New director, new brand, new development plan | News, Sports, Jobs



NEW ULM – Local economic development is seeing new growth from the private sector under the leadership of New Ulm Business Resource and Innovation Center Director Paul Wessel.

NUBRIC is the new name for an old idea. Wessel is the new director of the New Ulm Economic Development Center. He took over the job this year. The group had been without a director since 2018. In the years that followed, New Ulm saw little economic development from the private sector. Wessel hopes to change this fundamentally.

“I think we got a bit lost” said Wessel. “The first thing for me was to look at the history of what is today NUBRIC.”

One of his first actions was to rename the decades-old organization. This is the second time that the private economic development group has changed its name. It was originally called New Ulm Industry and was established in the 1950s after the Eagle Roller Mill, the city’s largest employer, closed.

Wessel said that in response to this loss, 39 businessmen and women invested $100,000 of their own money to create a private economic development organization. Through these efforts, New Ulm eventually attracted companies like Kraft, 3M, and Windings to the city. Wessel hopes to find this same spirit.

“New Ulm has done something amazing in the industry,” he said. As an example, he highlighted the city’s history with motor windings. He described New Ulm as an incubator for this type of work with several companies working on motor windings, servos and stators.

The region is also rich in other types of industries. He said within an 80-mile radius of New Ulm, about 90% of the cement trucks in the United States are built, many of which are made in New Ulm. Wessel hopes the city can continue to attract and grow the industry again.

Over the next few years, NUBRIC is working on four initiatives to help build, grow and sustain New Ulm’s economy.

The first initiative is called “The project is leading the way.”

Wessel explained that there was a labor shortage in New Ulm. He estimated that between the four main manufacturers in New Ulm there were 140 vacancies.

“If you can’t put workers to work, these organizations will consider higher levels of automation,” he said.

This means teaching the next generation of workers about robotics, the programmable logic controller and the higher levels of the machine tool. To achieve this, all schools in New Ulm would adopt a K-12 STEM program called Project Lead the Way.

“Our ultimate goal is to make New Ulm a Project Lead the Way community”, said Wessel.

The idea is that companies looking to grow will choose New Ulm if they see that all students, regardless of school, know about this STEM program. Even Martin Luther College is interested in this program.

MLC is a college of education. Wessel said schools that receive MLC teachers are seeing a demand for STEM education. The MLC will need to invest in STEM education.

Wessel confirmed that NUBRIC is working with PLTW and Region 9 for an EDA grant to set up a state-of-the-art robotics facility on the MLC campus. They hope this will create a higher level of mentorship between college and high schools.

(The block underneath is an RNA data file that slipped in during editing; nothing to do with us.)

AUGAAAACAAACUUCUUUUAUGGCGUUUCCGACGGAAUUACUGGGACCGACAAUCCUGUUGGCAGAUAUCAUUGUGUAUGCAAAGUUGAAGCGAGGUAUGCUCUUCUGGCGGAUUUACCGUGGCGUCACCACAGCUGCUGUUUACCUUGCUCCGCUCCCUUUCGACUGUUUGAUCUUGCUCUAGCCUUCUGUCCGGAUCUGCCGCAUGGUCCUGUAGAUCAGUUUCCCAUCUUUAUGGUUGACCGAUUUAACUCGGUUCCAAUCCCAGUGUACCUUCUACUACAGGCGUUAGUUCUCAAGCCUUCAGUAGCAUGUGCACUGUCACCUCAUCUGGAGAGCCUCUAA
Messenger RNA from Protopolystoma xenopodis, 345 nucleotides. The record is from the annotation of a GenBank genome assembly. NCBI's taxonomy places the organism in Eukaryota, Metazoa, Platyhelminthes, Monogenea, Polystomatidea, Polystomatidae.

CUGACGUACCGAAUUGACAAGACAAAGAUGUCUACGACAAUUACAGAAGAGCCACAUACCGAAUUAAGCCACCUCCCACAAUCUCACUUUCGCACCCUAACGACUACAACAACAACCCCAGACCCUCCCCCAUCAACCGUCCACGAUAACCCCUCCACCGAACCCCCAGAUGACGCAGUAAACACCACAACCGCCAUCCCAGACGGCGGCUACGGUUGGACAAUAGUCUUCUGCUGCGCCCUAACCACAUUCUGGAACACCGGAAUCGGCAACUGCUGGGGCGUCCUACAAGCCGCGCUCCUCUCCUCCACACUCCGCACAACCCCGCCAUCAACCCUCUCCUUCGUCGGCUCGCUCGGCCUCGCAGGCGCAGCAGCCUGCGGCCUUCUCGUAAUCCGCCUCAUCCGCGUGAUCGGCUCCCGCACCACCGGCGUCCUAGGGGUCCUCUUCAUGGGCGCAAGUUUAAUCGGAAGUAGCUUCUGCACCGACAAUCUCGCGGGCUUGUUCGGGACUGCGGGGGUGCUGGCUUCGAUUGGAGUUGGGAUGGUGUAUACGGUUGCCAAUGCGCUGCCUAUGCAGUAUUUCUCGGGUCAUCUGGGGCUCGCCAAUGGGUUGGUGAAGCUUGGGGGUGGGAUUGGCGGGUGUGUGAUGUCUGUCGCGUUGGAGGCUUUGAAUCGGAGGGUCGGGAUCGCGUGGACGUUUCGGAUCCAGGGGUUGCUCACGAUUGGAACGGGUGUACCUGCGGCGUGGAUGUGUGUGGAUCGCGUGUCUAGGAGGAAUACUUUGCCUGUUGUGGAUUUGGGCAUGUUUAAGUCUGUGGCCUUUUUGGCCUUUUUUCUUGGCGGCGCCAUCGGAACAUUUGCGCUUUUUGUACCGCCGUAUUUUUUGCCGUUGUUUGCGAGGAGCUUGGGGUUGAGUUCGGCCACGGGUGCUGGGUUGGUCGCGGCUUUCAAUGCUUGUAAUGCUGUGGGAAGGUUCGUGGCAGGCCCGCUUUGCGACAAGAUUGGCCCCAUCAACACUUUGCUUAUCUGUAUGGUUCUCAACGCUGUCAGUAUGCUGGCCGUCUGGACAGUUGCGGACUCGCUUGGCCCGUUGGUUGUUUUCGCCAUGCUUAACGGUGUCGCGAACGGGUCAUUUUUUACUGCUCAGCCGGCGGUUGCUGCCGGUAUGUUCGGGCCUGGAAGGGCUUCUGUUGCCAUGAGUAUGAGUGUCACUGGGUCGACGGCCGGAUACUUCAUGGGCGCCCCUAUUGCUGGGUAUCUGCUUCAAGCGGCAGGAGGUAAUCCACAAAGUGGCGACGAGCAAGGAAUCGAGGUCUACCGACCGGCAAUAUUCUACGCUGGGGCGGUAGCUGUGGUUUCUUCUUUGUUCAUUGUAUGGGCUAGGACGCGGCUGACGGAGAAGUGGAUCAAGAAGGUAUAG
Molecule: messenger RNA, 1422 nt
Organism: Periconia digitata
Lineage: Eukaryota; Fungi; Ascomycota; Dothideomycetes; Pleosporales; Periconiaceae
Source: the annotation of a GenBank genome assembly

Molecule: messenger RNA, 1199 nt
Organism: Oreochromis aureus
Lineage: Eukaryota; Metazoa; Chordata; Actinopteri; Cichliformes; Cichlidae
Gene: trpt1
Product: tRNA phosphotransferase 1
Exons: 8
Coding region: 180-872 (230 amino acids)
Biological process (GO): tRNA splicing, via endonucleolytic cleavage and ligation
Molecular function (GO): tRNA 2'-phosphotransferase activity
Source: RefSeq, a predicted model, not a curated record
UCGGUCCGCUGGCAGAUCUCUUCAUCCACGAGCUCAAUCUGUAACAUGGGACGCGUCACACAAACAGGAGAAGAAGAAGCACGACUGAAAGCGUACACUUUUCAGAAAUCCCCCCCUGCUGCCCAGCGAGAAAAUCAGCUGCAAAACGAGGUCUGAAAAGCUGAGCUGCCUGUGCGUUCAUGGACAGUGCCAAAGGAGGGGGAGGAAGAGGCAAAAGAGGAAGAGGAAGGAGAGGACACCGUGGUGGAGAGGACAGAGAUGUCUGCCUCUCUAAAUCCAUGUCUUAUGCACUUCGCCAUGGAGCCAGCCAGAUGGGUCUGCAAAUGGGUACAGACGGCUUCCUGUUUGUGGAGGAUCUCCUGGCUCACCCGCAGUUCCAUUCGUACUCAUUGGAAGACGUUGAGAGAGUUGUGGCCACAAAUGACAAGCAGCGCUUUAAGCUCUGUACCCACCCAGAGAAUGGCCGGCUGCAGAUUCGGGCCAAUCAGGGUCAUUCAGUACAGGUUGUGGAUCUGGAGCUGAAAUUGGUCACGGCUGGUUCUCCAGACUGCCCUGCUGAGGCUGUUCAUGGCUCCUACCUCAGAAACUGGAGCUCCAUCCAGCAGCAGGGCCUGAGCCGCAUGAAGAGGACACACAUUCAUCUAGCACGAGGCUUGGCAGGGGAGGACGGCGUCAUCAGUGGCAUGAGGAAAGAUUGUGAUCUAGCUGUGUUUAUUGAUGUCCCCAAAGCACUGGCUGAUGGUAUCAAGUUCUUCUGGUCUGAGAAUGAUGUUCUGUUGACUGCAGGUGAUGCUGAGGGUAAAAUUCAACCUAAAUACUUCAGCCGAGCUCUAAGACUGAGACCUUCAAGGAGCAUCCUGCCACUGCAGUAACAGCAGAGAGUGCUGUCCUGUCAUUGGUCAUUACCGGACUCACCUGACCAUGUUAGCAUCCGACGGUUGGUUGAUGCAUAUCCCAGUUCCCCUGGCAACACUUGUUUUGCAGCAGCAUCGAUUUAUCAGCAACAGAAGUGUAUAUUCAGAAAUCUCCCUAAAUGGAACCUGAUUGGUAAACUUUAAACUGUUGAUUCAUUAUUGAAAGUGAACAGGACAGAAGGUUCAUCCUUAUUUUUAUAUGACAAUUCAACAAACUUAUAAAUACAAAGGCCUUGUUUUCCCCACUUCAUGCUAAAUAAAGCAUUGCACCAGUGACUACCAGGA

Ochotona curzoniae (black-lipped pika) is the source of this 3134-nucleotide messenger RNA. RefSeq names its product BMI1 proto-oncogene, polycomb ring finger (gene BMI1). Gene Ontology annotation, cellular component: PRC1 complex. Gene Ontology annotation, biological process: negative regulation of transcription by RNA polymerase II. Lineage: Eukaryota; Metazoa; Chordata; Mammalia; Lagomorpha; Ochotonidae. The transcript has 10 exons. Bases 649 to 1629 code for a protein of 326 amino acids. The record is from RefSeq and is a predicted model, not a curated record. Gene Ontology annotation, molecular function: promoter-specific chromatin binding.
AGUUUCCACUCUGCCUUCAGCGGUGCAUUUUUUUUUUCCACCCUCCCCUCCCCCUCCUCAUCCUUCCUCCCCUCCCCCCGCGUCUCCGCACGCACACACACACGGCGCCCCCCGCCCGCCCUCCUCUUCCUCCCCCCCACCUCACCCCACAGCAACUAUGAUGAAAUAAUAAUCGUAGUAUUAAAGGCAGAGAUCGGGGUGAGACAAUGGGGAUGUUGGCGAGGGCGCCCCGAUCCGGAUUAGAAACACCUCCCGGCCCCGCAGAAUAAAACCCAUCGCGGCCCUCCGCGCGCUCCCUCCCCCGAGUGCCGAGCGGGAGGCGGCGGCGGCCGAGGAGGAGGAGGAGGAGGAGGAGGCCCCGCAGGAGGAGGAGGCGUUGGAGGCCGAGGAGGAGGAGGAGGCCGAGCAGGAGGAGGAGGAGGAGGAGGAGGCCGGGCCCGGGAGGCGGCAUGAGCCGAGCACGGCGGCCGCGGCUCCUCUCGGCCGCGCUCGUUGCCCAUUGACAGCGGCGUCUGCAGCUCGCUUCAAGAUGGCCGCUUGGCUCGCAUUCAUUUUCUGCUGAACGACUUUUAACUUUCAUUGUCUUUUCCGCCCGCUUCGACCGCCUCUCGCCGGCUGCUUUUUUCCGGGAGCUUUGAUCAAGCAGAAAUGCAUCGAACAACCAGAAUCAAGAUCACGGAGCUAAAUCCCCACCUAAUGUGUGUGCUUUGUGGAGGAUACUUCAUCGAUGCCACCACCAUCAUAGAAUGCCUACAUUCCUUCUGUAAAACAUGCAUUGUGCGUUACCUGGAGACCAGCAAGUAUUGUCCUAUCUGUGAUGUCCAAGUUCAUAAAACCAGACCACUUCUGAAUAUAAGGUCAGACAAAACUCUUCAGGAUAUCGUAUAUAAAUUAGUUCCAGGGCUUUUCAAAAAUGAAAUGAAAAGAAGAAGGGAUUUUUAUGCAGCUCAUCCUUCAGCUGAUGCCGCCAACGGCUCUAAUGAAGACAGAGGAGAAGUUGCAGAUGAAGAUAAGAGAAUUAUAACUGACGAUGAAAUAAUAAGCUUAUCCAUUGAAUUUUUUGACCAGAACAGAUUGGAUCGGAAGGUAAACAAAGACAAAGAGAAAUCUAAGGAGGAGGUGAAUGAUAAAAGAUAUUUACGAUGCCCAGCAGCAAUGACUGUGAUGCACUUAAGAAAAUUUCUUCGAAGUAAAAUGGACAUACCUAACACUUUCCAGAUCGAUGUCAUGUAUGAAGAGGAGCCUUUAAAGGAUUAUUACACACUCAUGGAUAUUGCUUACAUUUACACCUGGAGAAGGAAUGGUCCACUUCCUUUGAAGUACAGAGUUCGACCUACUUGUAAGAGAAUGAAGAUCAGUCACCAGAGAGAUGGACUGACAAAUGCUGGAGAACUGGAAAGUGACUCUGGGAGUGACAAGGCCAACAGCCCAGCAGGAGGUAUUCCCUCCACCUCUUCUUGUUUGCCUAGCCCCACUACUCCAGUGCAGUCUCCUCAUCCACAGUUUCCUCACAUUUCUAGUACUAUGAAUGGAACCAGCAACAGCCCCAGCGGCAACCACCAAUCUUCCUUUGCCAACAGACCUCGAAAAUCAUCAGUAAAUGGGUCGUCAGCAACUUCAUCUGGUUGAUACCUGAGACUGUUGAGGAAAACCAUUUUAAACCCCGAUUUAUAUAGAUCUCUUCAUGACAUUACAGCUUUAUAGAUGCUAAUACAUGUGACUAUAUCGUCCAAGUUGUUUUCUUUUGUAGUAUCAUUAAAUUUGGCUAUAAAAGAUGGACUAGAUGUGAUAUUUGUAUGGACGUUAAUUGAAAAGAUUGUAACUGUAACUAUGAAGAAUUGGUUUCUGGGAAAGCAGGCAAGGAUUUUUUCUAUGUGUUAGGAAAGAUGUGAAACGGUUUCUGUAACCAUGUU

In June, NUBRIC will organize a kick-off meeting to promote the Lead the Way project. The meeting will be divided into breakout sessions for primary schools, secondary schools and industry.

NUBRIC’s second initiative is called “Spark Bus”, a commuter service to take workers to and from Mankato to fill factories in New Ulm. NUBRIC is also considering a second spur to the west to connect small rural towns.

Wessel estimated that 385 people leave New Ulm to go to Mankato and 333 people leave Mankato to come to New Ulm. With higher gasoline prices, there is a demand for worker transportation.

The challenge is to determine how often the bus travels between communities and where it stops. Wessel said NUBRIC will need to coordinate with the city of New Ulm to get workers to the final location.

New Ulm is currently working on a fixed bus line for the city. In theory, the Spark Bus could drop off Mankato workers at one location in New Ulm and the fixed bus line could pick them up and take them to the various businesses in New Ulm.

“That’s where I see the power of partnership,” he said.

The third initiative is called the “Spark Initiative” an incubator for start-ups. NUBRIC will provide a shared space for these businesses to grow. The business would be surrounded by low-cost support services to frame the business and help it succeed. Support services could help organize a board of directors and connect them to digital marketing and other necessary resources.

NUBRIC already has a build space to operate the Spark initiative, but has not made the location public at this time.

The fourth initiative is called “New Ulm Regional Angel Investment Network.”

It is an investment fund made up of high net worth individuals with an interest in New Ulm. These people could provide additional funding and expertise in growing a business.

Wessel said New Ulm has generated many successful businessmen who have since moved away from the community but still have ties to the city. NURAIN would help leverage these connections to help redevelop New Ulm. Wessel estimated that there was a network of former New Ulm residents who had a combined net worth of over $1 billion. NURAIN would give these people a reason to invest in New Ulm. Wessel was convinced that former residents were interested in seeing their home community improve.

Wessel said there was no reason these initiatives could not be carried out. He acknowledged there were challenges, but said the original New Ulm industry faced challenges in the 1950s and succeeded.

It will take work and a new commitment, but Wessel said New Ulm had much to be proud of and saw a bright future based on what was already there.



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